The invention is further illustrated by the following Example which is to be considered as illustrative and not delimiting of the invention otherwise described.
A prior art latex paint formulation had the following composition:
______________________________________100 GALLON FORMULARaw Material Weight in lbs______________________________________Water 250.00NATROSOL 250 MHBR1 4.00Mix and Add:TROYSAN 1422 1.00TAMOL 7313 6.00Potassium Tripolyphophsate 1.00TRITON CF-104 2.00AMP-95 1.00Propylene Glycol 20.00BUBBLE BREAKER 7485 2.00Mix and Add:TiO2 CR-8006 150.00ECCA TEX 907 75.00SNOWFLAKE WHITE8 357.00Disperse to 5+ HegmanDisperse 10 min., StopUCAR 376 Latex1 195.00TEXANOL Solvent 8.80BUBBLE BREAKER 748 2.00Water 159.34Mix WellTOTAL 1234.14______________________________________ 1 HEC product of Aqualon Div. of Hercules Corp. 2 Bacteriocide product of Troy Chemical 3 Wetting agent product of Rohm & Haas 4 Surfactant product of Union Carbide 5 Defoamer product of Witco 6 Pigment product of DuPont 7 Kaolin pigment product of ECC International Inc. 8 CaCO3 product of ECC International Inc.
A smectite mineral comprising a soft White Texas bentonite clay was used to replace the hydroxyethylcellulose in the above composition as the thixotrope used in the formula. The said smectite when subjected to the standard gel test showed a 20 rpm viscosity of 260 cps. Specifically, the 4 pounds of NATROSOL 250 MHBR was replaced with 12 pounds of the aforementioned smectite mineral. This constituted 0.97% by weight of the total composition. This was found to yield in each instance a Stormer viscosity of 97 Krebs Units, which is commercially acceptable. A prior art sample of the paint formulation as indicated, and the sample of the invention were drawn down with a 3 mm bird bar on a Leneta PENTOPAC drawdown card. The drawdowns were allowed to dry overnight. The hiding power of the paint film was measured on a Hunter color/difference meter D25-2. The drawdowns were measured for Y value and for L value over the sealed black area of the PENTOPAC chart. The paint containing the 12 pounds of smectite mineral was found to yield an L value of 84.5 and a Y value of 69.7, while the prior art paint sample had an L value of 82.5 and a Y value of 66.6.
The loading level of the smectite mineral utilized pursuant to the invention should be in the range of 0.5. to 5% by weight of the total aqueous composition, preferably in the range of 0.5 to 1.5% and more preferably in the range of 0.7-1.5%.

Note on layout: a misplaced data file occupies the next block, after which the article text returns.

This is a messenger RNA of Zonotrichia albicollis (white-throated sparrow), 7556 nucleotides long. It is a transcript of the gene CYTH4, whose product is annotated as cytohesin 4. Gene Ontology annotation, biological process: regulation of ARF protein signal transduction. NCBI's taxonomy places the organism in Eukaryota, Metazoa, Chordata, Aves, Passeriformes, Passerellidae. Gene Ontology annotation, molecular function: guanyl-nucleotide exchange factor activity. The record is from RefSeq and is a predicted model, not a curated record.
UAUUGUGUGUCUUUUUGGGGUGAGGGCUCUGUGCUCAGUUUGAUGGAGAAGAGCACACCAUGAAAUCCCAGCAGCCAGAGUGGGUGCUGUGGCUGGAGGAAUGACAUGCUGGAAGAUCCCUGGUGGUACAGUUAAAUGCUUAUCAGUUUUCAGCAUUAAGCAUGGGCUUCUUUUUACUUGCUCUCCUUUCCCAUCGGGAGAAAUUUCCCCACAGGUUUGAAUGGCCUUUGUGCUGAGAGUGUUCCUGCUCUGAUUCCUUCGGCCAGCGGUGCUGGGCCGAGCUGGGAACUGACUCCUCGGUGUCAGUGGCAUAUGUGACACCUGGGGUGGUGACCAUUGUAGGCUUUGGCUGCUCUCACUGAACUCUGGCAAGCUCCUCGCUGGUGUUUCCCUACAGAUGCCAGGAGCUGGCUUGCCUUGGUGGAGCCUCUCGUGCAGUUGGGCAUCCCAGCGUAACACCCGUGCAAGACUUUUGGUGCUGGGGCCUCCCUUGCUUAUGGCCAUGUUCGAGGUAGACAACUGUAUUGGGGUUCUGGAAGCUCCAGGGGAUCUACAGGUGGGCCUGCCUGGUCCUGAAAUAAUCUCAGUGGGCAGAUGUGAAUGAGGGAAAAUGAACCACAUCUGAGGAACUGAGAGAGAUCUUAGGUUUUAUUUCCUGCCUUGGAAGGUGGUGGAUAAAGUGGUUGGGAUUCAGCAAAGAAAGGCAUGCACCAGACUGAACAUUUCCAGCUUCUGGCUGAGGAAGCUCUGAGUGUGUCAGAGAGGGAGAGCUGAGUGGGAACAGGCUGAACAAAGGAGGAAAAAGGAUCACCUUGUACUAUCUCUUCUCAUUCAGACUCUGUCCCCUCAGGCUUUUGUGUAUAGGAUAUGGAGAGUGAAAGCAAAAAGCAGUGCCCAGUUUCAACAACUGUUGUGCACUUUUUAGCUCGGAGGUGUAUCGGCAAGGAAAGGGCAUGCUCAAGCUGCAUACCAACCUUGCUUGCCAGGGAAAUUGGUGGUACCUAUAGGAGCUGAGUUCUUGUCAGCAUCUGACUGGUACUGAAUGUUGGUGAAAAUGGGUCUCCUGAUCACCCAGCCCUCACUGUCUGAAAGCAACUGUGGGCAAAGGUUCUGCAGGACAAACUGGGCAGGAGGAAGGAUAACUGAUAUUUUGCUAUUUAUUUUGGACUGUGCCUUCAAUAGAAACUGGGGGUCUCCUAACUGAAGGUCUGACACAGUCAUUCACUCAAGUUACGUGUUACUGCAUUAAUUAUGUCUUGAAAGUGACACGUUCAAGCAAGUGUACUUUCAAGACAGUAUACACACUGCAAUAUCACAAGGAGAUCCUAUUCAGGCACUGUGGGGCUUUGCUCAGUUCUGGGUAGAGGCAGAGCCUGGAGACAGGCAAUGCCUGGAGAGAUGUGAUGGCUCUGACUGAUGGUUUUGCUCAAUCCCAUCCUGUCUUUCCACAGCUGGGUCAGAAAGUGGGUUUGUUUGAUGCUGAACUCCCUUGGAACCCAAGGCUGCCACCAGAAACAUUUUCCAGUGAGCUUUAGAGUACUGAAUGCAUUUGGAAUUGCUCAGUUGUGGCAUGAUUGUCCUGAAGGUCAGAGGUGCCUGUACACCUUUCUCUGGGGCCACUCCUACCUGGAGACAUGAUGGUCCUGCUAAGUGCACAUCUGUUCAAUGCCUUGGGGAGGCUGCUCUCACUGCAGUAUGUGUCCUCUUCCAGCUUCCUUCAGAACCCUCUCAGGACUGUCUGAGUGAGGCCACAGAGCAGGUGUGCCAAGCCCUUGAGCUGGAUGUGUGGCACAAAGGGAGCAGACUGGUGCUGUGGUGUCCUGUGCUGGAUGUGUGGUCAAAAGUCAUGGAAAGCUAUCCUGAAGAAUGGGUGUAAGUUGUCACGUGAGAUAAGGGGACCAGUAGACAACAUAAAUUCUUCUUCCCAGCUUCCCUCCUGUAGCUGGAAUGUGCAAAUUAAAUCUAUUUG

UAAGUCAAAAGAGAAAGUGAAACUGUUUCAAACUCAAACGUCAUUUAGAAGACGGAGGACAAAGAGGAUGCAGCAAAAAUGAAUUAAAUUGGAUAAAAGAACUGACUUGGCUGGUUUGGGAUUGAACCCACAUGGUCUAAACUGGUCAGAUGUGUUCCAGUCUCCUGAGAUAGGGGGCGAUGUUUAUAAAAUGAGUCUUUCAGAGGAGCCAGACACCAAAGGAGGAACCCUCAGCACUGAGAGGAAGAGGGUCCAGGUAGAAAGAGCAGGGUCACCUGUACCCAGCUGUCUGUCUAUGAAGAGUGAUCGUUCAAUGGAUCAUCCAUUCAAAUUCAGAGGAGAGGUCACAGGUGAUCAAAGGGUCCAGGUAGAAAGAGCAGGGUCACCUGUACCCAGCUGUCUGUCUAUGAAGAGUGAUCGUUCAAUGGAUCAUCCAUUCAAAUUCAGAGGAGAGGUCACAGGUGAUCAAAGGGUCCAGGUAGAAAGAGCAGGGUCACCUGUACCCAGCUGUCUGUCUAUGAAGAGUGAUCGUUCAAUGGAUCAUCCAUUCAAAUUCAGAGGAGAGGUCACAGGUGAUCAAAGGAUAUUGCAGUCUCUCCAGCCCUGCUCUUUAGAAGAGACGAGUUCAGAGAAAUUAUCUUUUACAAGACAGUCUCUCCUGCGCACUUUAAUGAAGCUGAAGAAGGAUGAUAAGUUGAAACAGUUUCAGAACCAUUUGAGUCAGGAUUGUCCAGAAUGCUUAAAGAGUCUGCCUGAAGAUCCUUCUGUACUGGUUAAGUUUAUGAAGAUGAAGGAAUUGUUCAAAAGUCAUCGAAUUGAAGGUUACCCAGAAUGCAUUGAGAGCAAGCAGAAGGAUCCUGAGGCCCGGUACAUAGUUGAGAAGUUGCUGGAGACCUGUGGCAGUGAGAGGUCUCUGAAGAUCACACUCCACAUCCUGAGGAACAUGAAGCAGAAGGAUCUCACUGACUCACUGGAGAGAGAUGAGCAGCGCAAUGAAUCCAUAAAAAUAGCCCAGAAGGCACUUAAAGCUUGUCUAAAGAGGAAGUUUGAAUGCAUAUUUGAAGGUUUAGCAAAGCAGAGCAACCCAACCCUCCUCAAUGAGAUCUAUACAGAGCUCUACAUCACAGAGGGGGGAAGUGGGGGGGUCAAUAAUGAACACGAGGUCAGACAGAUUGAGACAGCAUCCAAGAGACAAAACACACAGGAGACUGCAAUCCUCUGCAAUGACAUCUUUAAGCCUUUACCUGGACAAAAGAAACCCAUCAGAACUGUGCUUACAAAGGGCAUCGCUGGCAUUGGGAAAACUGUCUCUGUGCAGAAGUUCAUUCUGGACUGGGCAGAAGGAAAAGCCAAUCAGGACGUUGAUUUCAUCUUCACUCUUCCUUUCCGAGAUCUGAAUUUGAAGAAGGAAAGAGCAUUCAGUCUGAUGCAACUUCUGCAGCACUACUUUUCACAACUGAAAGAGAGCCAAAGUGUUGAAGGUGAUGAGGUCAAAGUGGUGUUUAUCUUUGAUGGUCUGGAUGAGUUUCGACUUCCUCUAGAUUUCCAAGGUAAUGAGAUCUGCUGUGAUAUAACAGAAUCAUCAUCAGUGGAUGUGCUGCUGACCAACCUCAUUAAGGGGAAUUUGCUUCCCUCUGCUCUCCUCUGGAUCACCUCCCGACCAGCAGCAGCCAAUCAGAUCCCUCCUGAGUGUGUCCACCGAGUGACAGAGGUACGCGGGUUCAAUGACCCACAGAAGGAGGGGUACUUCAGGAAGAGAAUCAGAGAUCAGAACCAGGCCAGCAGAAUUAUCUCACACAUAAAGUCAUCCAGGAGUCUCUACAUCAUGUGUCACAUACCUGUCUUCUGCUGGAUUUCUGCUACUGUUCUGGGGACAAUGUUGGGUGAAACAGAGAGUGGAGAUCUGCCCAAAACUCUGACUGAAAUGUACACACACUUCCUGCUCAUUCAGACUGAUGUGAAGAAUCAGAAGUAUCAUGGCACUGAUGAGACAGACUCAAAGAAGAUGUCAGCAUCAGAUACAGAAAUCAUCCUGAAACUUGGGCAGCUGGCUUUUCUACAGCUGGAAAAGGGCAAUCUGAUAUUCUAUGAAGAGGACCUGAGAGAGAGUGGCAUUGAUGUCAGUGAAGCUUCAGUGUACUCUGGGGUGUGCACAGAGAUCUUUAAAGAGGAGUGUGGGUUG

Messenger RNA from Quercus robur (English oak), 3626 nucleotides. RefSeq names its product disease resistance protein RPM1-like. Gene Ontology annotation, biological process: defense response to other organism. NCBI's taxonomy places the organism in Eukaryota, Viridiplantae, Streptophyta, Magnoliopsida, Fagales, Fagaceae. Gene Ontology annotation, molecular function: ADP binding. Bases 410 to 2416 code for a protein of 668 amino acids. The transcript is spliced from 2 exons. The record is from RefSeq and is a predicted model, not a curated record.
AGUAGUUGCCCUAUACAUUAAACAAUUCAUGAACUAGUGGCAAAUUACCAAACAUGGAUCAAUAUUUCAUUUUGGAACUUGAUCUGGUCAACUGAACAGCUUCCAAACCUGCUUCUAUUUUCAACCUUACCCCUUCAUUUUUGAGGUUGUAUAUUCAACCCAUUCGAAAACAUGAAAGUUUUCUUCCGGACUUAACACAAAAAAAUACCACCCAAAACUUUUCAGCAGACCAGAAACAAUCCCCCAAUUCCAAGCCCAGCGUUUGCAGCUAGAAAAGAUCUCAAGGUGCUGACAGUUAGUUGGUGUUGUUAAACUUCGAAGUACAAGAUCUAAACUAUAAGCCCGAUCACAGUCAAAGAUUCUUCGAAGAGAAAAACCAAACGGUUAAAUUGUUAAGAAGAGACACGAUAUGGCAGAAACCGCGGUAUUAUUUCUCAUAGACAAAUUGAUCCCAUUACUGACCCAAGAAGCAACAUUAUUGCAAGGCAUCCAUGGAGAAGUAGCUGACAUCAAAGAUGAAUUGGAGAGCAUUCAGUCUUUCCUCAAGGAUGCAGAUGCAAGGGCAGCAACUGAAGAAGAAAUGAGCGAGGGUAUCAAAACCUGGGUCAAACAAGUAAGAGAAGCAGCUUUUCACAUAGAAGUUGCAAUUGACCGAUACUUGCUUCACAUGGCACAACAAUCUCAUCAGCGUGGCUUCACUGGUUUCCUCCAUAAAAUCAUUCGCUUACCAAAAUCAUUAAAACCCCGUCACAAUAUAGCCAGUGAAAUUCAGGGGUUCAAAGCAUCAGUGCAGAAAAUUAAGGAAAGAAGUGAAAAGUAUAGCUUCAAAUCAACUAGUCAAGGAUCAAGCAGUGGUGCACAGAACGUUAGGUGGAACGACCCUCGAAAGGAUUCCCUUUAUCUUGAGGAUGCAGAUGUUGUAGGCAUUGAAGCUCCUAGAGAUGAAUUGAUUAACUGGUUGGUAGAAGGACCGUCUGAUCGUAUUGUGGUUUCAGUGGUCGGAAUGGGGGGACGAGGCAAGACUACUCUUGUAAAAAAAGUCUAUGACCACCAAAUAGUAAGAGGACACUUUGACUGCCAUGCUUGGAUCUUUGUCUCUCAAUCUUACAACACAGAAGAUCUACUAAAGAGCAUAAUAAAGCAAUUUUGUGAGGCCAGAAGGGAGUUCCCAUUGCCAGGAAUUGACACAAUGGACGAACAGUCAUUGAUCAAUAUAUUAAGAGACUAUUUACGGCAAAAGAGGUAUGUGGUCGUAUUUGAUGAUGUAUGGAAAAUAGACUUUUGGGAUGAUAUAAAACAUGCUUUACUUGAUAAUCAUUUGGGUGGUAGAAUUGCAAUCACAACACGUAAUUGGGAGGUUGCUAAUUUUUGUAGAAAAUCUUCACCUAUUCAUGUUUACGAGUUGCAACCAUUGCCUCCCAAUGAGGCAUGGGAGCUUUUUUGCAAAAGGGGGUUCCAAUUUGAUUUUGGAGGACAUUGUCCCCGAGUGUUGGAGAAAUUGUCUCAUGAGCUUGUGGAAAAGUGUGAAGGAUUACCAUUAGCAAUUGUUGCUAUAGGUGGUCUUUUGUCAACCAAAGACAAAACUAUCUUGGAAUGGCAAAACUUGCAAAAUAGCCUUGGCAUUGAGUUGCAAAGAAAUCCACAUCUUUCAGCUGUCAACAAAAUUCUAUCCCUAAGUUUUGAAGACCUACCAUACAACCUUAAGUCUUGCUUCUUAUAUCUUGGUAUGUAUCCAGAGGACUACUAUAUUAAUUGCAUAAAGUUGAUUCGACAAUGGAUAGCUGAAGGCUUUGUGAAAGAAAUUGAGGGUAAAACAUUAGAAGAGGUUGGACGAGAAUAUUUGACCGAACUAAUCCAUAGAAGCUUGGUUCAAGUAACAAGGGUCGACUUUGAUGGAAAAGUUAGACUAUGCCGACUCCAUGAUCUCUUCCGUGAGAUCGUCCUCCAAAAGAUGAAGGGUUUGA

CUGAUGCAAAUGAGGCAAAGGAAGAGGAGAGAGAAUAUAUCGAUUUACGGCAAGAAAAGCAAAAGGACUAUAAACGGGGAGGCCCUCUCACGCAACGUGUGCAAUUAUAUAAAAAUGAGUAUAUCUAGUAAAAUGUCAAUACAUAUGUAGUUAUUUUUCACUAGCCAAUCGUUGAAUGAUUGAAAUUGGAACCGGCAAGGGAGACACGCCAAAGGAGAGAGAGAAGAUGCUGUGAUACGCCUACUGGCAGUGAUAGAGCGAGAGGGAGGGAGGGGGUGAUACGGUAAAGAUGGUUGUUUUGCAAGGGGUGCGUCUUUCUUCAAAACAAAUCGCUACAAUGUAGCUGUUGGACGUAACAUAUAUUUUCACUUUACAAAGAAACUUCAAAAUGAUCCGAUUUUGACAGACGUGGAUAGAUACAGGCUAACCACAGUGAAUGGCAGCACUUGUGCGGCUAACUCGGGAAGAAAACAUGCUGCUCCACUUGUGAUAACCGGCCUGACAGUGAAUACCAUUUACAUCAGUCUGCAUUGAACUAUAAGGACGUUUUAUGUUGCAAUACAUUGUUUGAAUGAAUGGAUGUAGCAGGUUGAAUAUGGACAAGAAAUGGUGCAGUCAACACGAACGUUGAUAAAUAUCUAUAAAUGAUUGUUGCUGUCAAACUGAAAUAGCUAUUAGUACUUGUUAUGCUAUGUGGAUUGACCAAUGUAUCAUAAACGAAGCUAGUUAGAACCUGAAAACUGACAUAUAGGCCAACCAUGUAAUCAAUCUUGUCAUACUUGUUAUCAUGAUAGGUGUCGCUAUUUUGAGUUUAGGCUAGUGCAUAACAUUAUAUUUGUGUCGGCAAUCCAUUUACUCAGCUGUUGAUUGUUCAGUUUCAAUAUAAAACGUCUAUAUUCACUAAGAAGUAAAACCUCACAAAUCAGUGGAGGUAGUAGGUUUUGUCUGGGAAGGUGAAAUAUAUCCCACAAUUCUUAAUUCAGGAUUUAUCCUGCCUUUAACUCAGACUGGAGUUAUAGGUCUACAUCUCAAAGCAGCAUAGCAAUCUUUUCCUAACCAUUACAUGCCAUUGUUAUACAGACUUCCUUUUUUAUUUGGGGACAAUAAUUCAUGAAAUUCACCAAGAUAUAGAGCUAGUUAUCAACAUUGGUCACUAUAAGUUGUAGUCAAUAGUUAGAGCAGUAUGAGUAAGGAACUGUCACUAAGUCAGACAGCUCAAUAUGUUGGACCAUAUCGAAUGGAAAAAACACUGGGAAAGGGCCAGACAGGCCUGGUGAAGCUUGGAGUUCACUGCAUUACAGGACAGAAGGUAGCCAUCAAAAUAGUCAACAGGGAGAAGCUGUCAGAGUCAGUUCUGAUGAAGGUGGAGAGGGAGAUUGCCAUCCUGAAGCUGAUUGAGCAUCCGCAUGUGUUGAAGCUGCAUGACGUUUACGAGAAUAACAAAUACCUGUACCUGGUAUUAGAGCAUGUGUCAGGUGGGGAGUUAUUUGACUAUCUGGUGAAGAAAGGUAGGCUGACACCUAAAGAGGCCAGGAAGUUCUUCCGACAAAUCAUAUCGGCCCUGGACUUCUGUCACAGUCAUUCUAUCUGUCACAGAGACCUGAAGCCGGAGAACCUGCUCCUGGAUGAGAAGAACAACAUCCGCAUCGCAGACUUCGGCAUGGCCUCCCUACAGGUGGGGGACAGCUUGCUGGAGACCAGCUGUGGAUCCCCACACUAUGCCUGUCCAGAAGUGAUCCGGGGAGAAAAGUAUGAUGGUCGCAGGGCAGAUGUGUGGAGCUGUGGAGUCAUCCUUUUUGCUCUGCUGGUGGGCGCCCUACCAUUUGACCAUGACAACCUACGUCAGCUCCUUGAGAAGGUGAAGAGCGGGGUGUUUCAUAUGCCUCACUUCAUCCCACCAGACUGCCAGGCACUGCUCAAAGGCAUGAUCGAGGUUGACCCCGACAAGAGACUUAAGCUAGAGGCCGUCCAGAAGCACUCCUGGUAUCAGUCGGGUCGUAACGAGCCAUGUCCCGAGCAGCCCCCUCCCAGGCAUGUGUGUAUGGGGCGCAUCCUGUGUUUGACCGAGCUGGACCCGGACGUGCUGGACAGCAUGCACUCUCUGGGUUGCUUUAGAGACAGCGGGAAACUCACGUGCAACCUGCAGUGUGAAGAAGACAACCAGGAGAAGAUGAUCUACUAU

Three smectite samples, each being a montmorillonite clay, were subjected to the standard gel test, with the following result:
______________________________________Sample 20 rpm Viscosity______________________________________1 1300 cps2 4250 cps3 260 cps______________________________________
These samples were then used as in Example 1, to replace the hydroxyethylcellulose (HEC) of the prior art latex paint described. Results were as follows:
______________________________________Clay Sample System Description Results______________________________________Control No Clay, 4# HEC 97 KU, L = 82.51 5.0# clay(0.37%), no HEC 95 KU, L = 82.71 12.0# clay(0.97%), no HEC 135 KU, poor film2 4.0# clay(0.3%), no HEC 100 KU, L = 82.52 12.0# clay(0.97%), no HEC 140 + KU, poor film3 12.0# clay(0.97%), no HEC 97 KU, L = 84.5______________________________________
The above results indicate that only Sample 3 yielded both sufficiently low viscosity, and improved hiding as indicated by the higher L value as compared to the control sample. When samples 1 and 2 are used at high enough loading to improve L, the viscosity is seen to be so high that a satisfactory film cannot be formed.
While the present invention has been particularly set forth in terms of specific embodiments thereof, it will be understood in view of the instant disclosure, that numerous variations upon the invention are now enabled to those skilled in the art, which variations yet reside within the scope of the present teaching. Accordingly, the invention is to be broadly construed, and limited only by the scope and spirit of the claims now appended hereto.